Mississippi Attorney General Jim Hood, a Democrat, has taken a stance on when he believes a replacement for Sen. Trent Lott should be elected.
His opinion is contrary to what Gov. Haley Barbour, a Republican, has told the state since Lott's original announcement in November that he would be stepping down before his term is completed.
Barbour said he believes the election should take place during 2008's general election. That opinion is shared by Secretary of State Eric Clark, who is a Democrat.
Hood's opinion was delivered to the governor and the two have talked by phone, but both sides agree a decision will most likely come from the courts.
Barbour's press secretary, Pete Smith, issued a statement on the governor's behalf:
"The governor talked to the attorney general and secretary of state, and the governor and secretary of state were willing to meet with the attorney general. But since all three have reviewed the statutes and made their positions clear, the attorney general did not see any point to have such a meeting."
Hood said it's a simple dispute over the interpretation of the law and not a partisan political battle. Hood said he believes the two sides will meet in court and resolve the issue quickly.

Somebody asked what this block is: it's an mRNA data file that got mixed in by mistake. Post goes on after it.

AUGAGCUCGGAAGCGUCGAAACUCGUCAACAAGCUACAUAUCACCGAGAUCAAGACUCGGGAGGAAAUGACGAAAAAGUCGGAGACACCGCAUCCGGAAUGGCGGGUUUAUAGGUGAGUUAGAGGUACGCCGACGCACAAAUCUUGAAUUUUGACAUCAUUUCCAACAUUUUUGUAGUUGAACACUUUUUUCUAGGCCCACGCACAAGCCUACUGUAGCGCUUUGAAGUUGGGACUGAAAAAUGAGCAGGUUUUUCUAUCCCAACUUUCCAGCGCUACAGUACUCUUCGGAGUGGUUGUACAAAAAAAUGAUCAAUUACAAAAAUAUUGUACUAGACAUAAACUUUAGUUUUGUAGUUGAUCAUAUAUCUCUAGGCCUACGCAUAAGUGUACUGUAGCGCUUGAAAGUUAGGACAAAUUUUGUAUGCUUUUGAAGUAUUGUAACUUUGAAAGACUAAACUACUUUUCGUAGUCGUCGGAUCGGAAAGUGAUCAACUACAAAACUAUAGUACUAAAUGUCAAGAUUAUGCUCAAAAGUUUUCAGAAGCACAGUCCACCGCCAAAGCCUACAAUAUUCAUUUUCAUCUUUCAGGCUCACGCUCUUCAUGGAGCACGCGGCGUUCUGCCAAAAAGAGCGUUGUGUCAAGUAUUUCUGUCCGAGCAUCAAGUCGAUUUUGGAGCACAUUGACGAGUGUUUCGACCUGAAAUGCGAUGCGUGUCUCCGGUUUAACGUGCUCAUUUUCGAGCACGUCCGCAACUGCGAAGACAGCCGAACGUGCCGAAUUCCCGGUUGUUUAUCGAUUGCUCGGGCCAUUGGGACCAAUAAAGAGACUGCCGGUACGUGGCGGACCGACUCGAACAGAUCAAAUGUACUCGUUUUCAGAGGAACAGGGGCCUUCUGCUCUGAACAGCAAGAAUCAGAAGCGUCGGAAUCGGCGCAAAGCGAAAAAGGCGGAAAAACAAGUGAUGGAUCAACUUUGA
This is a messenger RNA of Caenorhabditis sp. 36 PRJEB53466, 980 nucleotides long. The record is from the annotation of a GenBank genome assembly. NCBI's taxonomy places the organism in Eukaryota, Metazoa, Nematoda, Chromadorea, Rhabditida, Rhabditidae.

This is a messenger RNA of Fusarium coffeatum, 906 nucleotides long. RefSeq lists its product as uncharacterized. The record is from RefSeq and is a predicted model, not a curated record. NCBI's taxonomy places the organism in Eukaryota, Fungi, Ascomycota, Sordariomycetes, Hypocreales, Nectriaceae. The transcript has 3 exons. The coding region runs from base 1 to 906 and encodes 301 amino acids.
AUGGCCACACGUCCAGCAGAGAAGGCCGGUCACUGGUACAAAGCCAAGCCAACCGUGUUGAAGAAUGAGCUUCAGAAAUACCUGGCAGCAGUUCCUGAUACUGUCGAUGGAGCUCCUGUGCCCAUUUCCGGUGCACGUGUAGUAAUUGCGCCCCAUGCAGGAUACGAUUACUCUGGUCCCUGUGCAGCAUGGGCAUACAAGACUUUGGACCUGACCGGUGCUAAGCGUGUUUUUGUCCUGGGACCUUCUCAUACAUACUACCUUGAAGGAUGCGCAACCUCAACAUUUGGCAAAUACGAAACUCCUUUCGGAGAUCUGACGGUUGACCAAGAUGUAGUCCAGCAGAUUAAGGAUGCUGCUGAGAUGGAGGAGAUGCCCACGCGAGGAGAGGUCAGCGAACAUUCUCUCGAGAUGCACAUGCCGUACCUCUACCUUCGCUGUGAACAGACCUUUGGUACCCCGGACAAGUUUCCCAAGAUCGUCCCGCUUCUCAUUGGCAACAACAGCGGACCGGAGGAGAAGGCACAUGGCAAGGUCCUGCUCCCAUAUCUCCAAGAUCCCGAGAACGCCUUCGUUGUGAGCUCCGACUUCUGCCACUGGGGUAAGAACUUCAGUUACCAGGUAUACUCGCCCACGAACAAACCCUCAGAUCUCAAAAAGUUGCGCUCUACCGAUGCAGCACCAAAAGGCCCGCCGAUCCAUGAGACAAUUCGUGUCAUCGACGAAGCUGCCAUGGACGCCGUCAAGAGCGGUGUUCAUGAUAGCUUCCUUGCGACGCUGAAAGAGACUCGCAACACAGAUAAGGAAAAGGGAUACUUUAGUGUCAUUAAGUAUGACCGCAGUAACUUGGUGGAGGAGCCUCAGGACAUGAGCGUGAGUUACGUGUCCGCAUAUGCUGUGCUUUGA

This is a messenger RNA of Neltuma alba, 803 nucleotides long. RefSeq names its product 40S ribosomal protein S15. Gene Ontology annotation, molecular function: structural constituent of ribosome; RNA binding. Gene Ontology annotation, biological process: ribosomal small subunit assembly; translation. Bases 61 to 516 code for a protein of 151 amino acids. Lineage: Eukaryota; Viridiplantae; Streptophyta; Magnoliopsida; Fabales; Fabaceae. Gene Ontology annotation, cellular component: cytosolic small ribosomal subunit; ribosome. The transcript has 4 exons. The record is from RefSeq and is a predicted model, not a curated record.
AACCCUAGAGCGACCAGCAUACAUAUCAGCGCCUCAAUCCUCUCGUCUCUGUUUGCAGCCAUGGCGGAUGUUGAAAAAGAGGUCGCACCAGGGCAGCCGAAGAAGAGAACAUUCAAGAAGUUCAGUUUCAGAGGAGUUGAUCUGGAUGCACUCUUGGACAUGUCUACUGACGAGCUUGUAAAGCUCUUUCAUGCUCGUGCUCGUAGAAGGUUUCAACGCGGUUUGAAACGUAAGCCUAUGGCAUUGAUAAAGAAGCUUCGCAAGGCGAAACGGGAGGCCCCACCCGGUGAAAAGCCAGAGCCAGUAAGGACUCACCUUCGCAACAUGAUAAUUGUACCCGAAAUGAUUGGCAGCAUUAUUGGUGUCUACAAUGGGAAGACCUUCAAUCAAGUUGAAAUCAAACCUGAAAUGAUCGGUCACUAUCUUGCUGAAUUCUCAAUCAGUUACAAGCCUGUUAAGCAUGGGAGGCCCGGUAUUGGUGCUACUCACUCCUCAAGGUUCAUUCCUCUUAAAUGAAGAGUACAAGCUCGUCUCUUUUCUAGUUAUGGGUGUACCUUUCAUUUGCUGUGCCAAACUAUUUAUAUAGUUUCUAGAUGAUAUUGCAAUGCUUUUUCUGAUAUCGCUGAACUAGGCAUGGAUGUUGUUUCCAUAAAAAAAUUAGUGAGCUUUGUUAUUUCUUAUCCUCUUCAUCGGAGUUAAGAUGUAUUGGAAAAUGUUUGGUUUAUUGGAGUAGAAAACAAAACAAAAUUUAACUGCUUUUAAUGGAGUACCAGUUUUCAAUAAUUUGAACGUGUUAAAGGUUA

The governor's office says Barbour has received official notification of the vacancy in the U.S. Senate. And he has filed a "writ of election" to set the date for the special election as Nov. 4, 2008. Barbour says candidates have until Jan. 11 to qualify for the election.
Smith said the governor will have a formal process with specific rules from both the federal government and Mississippi law he must follow regarding Lott's resignation and the future appointment.
Smith said he does not rule out the possibility the final ruling on the election will be made by the Mississippi Supreme Court.
The attorney general said the election has to be within 100 days from the time the governor receives the official letter of resignation.